Parents and educators can now turn to a new resource kit to help young children learn about Singapore's history and culture.
The Creative Conversations: Shaping Our Future kit was launched on Saturday by Minister of State for Social and Family Development Sun Xueling.
The fourth edition in a series, the kit is a joint project by the Early Childhood Development Agency (ECDA), National Library Board (NLB), National Museum of Singapore, early childhood educators as well as art and drama specialists.
It contains an interactive story in which a young girl, Bernice, and her archaeologist uncle, Professor Alvis, travel back in time to meet the nation's early settlers - rickshaw pullers, street hawkers, rubber tappers and more.
The kit includes activity cards, a map of Singapore, craft materials and an information booklet.
ECDA said: "The kit will enable educators and parents to help children understand the world their parents, grandparents and ancestors lived in, the lives they led, their struggles, their dreams, and the values that held them together."
Parents and early childhood educators can download the kit that will also be distributed to pre-schools. ECDA aims to reach more than 1,900 pre-schools and log at least 5,000 downloads.
Ms Sun said the kit can be used to help children develop a sense of national identity. "In these unprecedented times, it is all the more important to collaborate with our community partners to create more learning opportunities for our young ones," she added.
The kit also features artefacts which can be found in the National Museum, along with book recommendations and activities put together by the NLB and early childhood educators.
Parents can take their children to suggested places of interest as part of the activities. ECDA said: "When parents and educators spend time engaging in fun educational activities with children, it will help foster positive relationships, which are crucial to the social emotional development of children."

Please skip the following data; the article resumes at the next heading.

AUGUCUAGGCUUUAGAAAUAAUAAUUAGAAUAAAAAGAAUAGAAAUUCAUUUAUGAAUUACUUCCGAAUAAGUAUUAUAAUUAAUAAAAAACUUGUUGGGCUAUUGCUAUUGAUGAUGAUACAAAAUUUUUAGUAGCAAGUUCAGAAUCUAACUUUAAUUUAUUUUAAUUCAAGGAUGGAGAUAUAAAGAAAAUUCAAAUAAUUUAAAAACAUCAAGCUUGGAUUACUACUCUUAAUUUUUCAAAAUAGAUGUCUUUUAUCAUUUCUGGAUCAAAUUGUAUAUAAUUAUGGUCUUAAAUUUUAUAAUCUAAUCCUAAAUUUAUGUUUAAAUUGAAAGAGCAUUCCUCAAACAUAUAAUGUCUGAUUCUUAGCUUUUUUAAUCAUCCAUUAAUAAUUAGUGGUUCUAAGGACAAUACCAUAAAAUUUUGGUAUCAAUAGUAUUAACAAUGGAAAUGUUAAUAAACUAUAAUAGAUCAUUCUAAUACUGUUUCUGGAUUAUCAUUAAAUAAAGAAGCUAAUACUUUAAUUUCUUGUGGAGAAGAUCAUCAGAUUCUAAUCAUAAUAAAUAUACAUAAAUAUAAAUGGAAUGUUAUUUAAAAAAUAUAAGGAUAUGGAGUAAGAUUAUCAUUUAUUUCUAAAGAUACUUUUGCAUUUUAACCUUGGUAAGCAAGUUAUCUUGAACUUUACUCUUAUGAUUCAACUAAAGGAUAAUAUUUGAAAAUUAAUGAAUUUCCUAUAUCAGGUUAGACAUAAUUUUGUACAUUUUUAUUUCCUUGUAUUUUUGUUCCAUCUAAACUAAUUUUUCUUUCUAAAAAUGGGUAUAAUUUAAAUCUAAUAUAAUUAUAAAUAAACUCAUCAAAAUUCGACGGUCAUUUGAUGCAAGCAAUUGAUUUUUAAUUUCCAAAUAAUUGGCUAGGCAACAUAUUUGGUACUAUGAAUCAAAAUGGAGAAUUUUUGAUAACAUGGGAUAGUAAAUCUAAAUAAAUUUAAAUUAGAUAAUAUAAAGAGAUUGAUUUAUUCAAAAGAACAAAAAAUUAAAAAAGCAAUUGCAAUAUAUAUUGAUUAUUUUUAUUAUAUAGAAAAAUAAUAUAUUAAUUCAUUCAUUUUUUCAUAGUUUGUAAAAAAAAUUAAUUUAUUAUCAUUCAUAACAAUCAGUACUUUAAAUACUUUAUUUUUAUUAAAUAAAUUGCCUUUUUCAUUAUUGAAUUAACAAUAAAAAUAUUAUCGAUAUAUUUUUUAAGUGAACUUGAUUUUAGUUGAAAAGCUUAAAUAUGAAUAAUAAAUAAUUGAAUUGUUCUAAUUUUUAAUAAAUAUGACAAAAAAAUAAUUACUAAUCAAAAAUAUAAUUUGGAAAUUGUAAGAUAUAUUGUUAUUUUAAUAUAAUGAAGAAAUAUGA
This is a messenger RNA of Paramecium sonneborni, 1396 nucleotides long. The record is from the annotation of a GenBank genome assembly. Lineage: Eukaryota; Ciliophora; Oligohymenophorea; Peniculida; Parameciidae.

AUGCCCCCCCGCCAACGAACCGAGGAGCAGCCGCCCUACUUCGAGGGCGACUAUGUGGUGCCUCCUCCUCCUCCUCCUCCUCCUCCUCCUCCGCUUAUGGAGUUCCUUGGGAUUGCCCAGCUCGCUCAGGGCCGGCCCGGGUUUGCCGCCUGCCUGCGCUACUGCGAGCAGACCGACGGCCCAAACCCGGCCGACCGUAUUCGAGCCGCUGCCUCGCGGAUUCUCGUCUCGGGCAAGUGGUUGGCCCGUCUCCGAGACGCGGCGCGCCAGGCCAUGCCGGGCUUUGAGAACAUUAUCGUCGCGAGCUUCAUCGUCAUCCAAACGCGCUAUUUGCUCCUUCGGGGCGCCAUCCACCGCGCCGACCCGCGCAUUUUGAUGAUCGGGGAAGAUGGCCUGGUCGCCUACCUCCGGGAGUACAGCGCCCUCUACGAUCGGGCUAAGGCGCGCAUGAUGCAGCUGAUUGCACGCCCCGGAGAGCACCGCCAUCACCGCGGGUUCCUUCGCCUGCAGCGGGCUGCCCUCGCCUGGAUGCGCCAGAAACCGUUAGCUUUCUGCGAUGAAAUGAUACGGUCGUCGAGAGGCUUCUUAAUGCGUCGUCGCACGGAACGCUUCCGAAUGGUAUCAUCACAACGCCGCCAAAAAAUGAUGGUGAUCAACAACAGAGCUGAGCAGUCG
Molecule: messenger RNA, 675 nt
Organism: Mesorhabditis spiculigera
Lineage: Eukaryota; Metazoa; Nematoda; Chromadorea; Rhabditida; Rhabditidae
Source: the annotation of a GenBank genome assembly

During a plenary discussion at the virtual launch, panellists said creating meaningful conversations with children will help them feel acknowledged and important.
Dr Jacqueline Chung, an ECDA fellow and academic director of Anglican Preschool Services, said parents and educators should try their best to give children their full attention during a conversation.
She added: "It is a challenge, but we have to put in effort to listen attentively to what our children are sharing, even though we may not always understand everything they are saying."
Dr Chung also said asking children open-ended questions could extend the quality and depth of engagement.
Ms Cheryl Wee, an entrepreneur and soon-to-be mother of three, said conversations with her three-year-old son are usually simple, but geared towards what he likes and can relate to.
Dr Jared Ng, a senior consultant at the Institute of Mental Health, suggested using phrases such as "tell me more" or "that's an interesting idea" when conversing with children.
He said: "These show children that we are genuinely interested in them as individuals, which is key to nurturing a meaningful relationship."
The resource kit can be downloaded at http://go.gov.sg/ shapingourfuture.